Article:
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The food contaminant fumonisin B1 reduces the maturation of porcine CD11R1+ intestinal dendritic cells, leading to reduced antigen-specific immune responses and a prolonged intestinal ETEC infection

Author
Organization
Abstract
Consumption of food or feed contaminated with fumonisin B1 (FB1), a mycotoxin produced by Fusarium verticillioides, can lead to disease in humans and animals. The present study was conducted to examine the effect of FB1 intake on the intestinal immune system. Piglets were used as a target and as a model species for humans since their gastro-intestinal tract is very similar. The animals were orally exposed to a low dose of FB1 (1 mg/kg body weight FB1) for 10 days which did not result in any clinical signs. However, when compared to non-exposed animals, FB1-exposed animals showed a longer shedding of F4+ enterotoxigenic Escherichia coli (ETEC) following infection and a reduced induction of the antigen-specific immune response following oral immunization. Further analyses to elucidate the mechanisms behind these observations revealed a reduced intestinal expression of IL-12p40 and an impaired function of intestinal dendritic cells, with decreased upregulation of MHC-II and a reduced T cell stimulatory capacity upon stimulation. Taken together, these results indicate an FB1-mediated reduction of in vivo DC maturation.

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MLA
Devriendt, Bert, Mélanie Gallois, Frank Verdonck, et al. “The Food Contaminant Fumonisin B1 Reduces the Maturation of Porcine CD11R1+ Intestinal Dendritic Cells, Leading to Reduced Antigen-specific Immune Responses and a Prolonged Intestinal ETEC Infection.” Summer Course on Infection and Immunity, Abstracts. Merelbeke, Belgium: Ghent University. Faculty of Veterinary Medicine, 2009. Print.
APA
Devriendt, B., Gallois, M., Verdonck, F., Wache, Y., Bimczok, D., Oswald, I., Goddeeris, B., et al. (2009). The food contaminant fumonisin B1 reduces the maturation of porcine CD11R1+ intestinal dendritic cells, leading to reduced antigen-specific immune responses and a prolonged intestinal ETEC infection. Summer Course on Infection and Immunity, Abstracts. Presented at the Summer Course on Infection and Immunity, Merelbeke, Belgium: Ghent University. Faculty of Veterinary Medicine.
Chicago author-date
Devriendt, Bert, Mélanie Gallois, Frank Verdonck, Yann Wache, Diane Bimczok, Isabelle Oswald, Bruno Goddeeris, and Eric Cox. 2009. “The Food Contaminant Fumonisin B1 Reduces the Maturation of Porcine CD11R1+ Intestinal Dendritic Cells, Leading to Reduced Antigen-specific Immune Responses and a Prolonged Intestinal ETEC Infection.” In Summer Course on Infection and Immunity, Abstracts. Merelbeke, Belgium: Ghent University. Faculty of Veterinary Medicine.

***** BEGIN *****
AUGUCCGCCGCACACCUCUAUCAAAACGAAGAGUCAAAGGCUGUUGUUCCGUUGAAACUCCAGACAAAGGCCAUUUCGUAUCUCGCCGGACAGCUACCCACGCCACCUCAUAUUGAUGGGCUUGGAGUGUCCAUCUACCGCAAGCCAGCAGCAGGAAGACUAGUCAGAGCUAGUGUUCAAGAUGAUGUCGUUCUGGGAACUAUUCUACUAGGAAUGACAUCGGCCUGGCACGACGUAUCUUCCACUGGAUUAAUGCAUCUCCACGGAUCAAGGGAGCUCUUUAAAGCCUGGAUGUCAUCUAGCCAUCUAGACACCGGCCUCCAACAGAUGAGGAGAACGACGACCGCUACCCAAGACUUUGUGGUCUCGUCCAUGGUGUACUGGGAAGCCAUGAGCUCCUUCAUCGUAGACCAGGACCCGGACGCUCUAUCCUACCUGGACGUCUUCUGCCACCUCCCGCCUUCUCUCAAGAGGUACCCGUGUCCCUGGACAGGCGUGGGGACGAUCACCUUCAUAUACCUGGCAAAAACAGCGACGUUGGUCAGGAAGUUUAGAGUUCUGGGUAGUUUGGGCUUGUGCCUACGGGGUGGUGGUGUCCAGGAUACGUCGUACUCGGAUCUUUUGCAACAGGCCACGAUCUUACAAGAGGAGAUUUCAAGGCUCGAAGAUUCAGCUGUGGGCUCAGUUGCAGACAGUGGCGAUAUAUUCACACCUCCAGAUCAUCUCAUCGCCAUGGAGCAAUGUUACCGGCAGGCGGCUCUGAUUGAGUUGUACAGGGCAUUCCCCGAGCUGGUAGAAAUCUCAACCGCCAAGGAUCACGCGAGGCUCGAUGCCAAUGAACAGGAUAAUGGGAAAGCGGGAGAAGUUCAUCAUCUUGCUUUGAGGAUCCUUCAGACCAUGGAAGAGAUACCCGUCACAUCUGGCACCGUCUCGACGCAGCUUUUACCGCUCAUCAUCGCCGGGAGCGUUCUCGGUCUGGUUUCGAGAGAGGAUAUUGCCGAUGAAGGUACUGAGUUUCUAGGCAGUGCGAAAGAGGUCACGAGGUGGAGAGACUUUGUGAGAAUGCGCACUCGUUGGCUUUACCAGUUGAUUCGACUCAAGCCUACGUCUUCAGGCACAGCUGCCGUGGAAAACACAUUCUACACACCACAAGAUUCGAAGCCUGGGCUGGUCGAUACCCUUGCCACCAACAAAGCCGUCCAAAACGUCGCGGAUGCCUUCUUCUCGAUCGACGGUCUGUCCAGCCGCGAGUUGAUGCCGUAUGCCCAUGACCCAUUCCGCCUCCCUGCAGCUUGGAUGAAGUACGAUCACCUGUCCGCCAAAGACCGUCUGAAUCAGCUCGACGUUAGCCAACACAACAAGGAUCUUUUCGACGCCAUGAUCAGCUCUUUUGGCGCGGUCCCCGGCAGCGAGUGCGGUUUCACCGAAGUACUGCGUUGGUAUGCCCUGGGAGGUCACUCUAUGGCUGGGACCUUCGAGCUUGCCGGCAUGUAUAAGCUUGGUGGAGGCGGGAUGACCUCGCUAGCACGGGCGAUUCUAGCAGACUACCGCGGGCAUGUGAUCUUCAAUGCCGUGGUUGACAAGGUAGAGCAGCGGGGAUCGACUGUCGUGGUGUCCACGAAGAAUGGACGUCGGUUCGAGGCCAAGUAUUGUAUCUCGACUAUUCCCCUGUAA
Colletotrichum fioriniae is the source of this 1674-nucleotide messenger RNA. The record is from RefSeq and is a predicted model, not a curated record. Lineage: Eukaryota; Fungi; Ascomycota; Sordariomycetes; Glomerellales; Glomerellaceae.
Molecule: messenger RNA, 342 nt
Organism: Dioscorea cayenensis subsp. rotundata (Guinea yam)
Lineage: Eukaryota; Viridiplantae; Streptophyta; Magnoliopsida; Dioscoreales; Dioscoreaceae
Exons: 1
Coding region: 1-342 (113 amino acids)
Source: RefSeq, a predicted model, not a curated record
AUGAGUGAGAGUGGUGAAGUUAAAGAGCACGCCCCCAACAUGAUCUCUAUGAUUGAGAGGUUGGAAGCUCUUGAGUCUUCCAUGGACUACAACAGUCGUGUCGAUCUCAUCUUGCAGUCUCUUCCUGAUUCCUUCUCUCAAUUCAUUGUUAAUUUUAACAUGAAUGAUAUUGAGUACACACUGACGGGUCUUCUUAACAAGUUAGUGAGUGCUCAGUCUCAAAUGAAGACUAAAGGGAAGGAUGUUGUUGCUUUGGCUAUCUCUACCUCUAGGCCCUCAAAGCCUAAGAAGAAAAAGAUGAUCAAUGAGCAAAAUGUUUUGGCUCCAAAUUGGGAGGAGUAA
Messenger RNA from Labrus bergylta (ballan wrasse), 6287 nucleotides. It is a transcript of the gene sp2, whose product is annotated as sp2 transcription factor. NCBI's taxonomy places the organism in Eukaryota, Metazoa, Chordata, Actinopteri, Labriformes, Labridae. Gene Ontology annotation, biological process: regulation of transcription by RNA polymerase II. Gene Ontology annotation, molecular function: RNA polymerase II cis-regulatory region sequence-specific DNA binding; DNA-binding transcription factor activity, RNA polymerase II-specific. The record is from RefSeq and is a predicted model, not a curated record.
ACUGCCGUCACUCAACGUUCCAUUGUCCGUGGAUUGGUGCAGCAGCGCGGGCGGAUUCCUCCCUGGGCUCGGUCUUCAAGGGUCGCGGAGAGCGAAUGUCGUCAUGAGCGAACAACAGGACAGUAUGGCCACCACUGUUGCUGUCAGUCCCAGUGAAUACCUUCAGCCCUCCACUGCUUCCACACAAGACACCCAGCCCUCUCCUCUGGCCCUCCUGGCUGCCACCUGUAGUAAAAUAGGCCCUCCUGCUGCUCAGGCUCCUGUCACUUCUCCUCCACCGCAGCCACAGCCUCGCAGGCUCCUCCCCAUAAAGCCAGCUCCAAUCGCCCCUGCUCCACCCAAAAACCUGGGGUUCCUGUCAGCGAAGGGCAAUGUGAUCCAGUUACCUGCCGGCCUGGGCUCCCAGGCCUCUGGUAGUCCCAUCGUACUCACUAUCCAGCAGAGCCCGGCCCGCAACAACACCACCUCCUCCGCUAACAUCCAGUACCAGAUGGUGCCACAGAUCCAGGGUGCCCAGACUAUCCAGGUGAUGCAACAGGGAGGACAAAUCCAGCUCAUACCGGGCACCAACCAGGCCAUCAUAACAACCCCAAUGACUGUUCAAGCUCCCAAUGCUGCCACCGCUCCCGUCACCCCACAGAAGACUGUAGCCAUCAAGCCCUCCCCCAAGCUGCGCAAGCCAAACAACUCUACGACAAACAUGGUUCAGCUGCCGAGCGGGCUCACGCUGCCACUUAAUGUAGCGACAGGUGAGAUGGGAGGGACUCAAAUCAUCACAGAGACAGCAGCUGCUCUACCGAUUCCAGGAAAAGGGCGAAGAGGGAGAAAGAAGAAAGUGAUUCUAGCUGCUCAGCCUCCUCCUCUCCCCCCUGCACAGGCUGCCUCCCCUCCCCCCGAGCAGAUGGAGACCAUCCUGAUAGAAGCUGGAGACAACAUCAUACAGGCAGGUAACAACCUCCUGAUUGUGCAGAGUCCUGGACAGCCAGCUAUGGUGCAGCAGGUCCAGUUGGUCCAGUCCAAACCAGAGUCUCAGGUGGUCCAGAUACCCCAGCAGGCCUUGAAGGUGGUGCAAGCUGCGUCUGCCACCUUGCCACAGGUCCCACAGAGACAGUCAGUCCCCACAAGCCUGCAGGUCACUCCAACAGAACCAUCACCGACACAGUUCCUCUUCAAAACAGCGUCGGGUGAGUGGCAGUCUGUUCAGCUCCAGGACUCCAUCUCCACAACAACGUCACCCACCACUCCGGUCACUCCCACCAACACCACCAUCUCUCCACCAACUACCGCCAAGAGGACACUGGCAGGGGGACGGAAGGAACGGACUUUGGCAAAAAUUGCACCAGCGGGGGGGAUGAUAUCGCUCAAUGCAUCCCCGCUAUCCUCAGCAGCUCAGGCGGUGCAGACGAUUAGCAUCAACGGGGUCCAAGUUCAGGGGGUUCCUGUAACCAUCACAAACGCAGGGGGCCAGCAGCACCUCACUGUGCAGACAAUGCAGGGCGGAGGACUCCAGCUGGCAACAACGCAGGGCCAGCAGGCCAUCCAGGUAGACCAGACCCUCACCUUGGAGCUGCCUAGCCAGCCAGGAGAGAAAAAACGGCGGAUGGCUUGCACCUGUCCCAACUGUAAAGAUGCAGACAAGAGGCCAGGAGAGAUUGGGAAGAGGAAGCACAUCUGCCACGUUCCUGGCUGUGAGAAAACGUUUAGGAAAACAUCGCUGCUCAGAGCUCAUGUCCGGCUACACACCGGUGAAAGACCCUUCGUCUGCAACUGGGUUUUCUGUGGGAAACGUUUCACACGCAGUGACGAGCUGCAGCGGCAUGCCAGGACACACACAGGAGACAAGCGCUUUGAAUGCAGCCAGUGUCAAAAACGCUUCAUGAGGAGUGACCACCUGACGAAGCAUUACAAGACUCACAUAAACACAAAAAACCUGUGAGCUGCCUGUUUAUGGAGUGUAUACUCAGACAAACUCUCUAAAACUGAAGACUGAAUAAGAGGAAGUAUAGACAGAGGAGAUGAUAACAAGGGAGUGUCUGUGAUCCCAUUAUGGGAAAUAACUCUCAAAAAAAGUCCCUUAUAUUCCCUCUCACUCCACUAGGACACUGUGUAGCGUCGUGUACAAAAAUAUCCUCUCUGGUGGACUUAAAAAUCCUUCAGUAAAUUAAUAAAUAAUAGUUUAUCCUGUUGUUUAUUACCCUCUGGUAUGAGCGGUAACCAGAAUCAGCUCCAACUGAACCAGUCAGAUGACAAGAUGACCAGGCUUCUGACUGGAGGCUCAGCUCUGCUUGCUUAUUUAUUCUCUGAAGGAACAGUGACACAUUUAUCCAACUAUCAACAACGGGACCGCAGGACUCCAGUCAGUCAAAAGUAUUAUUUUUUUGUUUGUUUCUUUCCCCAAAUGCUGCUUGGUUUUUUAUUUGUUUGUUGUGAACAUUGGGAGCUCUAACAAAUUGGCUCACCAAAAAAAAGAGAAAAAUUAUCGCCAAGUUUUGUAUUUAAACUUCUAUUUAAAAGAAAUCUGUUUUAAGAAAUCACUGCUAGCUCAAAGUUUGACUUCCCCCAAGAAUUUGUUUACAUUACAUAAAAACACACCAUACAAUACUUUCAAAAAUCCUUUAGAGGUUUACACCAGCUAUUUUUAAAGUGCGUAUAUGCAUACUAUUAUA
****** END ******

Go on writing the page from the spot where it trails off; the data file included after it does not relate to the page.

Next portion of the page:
Chicago author-date (all authors)
Devriendt, Bert, Mélanie Gallois, Frank Verdonck, Yann Wache, Diane Bimczok, Isabelle Oswald, Bruno Goddeeris, and Eric Cox. 2009. “The Food Contaminant Fumonisin B1 Reduces the Maturation of Porcine CD11R1+ Intestinal Dendritic Cells, Leading to Reduced Antigen-specific Immune Responses and a Prolonged Intestinal ETEC Infection.” In Summer Course on Infection and Immunity, Abstracts. Merelbeke, Belgium: Ghent University. Faculty of Veterinary Medicine.
Vancouver
1.
Devriendt B, Gallois M, Verdonck F, Wache Y, Bimczok D, Oswald I, et al. The food contaminant fumonisin B1 reduces the maturation of porcine CD11R1+ intestinal dendritic cells, leading to reduced antigen-specific immune responses and a prolonged intestinal ETEC infection. Summer Course on Infection and Immunity, Abstracts. Merelbeke, Belgium: Ghent University. Faculty of Veterinary Medicine; 2009.
IEEE
[1]
B. Devriendt et al., “The food contaminant fumonisin B1 reduces the maturation of porcine CD11R1+ intestinal dendritic cells, leading to reduced antigen-specific immune responses and a prolonged intestinal ETEC infection,” in Summer Course on Infection and Immunity, Abstracts, Merelbeke, Belgium, 2009.
@inproceedings{804654,
  abstract     = {Consumption of food or feed contaminated with fumonisin B1 (FB1), a mycotoxin produced by Fusarium verticillioides, can lead to disease in humans and animals. The present study was conducted to examine the effect of FB1 intake on the intestinal immune system. Piglets were used as a target and as a model species for humans since their gastro-intestinal tract is very similar. The animals were orally exposed to a low dose of FB1 (1 mg/kg body weight FB1) for 10 days which did not result in any clinical signs. However, when compared to non-exposed animals, FB1-exposed animals showed a longer shedding of F4+ enterotoxigenic Escherichia coli (ETEC) following infection and a reduced induction of the antigen-specific immune response following oral immunization. Further analyses to elucidate the mechanisms behind these observations revealed a reduced intestinal expression of IL-12p40 and an impaired function of intestinal dendritic cells, with decreased upregulation of MHC-II and a reduced T cell stimulatory capacity upon stimulation. Taken together, these results indicate an FB1-mediated reduction of in vivo DC maturation.},
  author       = {Devriendt, Bert and Gallois, Mélanie and Verdonck, Frank and Wache, Yann and Bimczok, Diane and Oswald, Isabelle and Goddeeris, Bruno and Cox, Eric},
  booktitle    = {Summer Course on Infection and Immunity, Abstracts},
  language     = {eng},
  location     = {Merelbeke, Belgium},
  publisher    = {Ghent University. Faculty of Veterinary Medicine},
  title        = {The food contaminant fumonisin B1 reduces the maturation of porcine CD11R1+ intestinal dendritic cells, leading to reduced antigen-specific immune responses and a prolonged intestinal ETEC infection},
  year         = {2009},
}